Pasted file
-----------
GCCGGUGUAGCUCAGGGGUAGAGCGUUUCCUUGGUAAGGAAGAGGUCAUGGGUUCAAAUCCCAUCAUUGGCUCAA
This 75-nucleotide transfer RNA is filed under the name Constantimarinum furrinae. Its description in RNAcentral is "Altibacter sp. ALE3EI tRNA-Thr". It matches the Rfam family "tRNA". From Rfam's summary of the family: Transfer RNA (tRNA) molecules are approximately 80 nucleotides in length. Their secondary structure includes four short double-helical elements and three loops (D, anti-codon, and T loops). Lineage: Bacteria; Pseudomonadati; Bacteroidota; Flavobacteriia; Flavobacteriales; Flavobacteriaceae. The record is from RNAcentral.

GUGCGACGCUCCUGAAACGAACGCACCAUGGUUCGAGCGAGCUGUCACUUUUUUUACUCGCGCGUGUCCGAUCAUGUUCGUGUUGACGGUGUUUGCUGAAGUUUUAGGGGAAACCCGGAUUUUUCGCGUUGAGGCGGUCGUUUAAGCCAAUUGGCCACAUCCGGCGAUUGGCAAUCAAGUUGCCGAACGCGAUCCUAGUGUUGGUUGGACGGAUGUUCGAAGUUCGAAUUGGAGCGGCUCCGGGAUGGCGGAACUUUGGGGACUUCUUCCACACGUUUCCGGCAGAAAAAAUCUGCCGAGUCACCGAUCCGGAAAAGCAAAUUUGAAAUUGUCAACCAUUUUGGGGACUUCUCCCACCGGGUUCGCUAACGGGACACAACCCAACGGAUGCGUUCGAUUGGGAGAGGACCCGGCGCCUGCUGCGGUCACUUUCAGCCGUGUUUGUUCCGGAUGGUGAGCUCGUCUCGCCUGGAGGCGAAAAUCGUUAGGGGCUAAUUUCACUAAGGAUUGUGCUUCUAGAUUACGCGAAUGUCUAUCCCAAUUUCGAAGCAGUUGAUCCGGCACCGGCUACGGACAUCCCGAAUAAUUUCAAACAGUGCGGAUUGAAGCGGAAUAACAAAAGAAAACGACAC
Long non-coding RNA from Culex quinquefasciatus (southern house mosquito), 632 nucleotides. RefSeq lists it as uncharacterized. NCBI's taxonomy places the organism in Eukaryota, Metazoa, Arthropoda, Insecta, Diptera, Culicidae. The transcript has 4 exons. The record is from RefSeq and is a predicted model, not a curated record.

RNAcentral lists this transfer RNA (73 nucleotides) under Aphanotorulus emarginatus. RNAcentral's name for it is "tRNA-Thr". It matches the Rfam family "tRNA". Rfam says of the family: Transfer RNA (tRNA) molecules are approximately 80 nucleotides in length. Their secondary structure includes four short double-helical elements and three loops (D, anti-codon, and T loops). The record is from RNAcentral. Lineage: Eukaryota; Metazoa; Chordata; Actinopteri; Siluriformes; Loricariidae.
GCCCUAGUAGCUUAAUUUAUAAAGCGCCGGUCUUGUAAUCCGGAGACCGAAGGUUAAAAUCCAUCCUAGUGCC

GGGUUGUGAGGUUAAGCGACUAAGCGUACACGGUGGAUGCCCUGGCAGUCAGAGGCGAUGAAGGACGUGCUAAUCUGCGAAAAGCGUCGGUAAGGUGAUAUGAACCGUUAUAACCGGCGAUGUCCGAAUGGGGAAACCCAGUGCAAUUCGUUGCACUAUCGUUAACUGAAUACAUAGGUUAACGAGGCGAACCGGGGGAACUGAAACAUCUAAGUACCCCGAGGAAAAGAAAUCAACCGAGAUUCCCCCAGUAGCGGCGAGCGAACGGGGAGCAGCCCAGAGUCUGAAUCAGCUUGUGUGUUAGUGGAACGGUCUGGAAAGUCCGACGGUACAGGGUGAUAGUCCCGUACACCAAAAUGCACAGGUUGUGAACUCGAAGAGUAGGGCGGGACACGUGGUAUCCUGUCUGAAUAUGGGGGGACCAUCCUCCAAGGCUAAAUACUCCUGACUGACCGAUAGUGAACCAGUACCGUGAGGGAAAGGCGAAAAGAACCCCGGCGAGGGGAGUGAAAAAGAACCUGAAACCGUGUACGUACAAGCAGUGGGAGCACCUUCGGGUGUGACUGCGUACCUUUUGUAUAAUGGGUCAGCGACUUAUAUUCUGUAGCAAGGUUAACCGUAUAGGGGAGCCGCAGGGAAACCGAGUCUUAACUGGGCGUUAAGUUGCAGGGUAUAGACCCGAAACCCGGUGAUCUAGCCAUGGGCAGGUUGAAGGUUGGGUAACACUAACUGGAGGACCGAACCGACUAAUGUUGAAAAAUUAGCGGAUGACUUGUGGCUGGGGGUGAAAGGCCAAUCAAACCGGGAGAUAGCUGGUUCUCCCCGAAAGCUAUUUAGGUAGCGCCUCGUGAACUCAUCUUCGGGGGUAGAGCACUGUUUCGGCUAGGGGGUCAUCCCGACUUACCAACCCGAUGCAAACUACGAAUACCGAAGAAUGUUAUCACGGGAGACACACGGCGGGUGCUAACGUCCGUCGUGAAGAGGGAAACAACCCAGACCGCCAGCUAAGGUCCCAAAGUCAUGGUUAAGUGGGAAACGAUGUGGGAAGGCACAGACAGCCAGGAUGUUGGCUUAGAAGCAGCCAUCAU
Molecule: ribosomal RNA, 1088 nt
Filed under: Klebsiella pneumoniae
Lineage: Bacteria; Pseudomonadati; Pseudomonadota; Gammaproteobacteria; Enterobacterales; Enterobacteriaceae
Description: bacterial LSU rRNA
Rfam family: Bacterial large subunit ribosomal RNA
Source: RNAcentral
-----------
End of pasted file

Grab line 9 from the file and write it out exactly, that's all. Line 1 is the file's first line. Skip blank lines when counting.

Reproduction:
Filed under: Klebsiella pneumoniae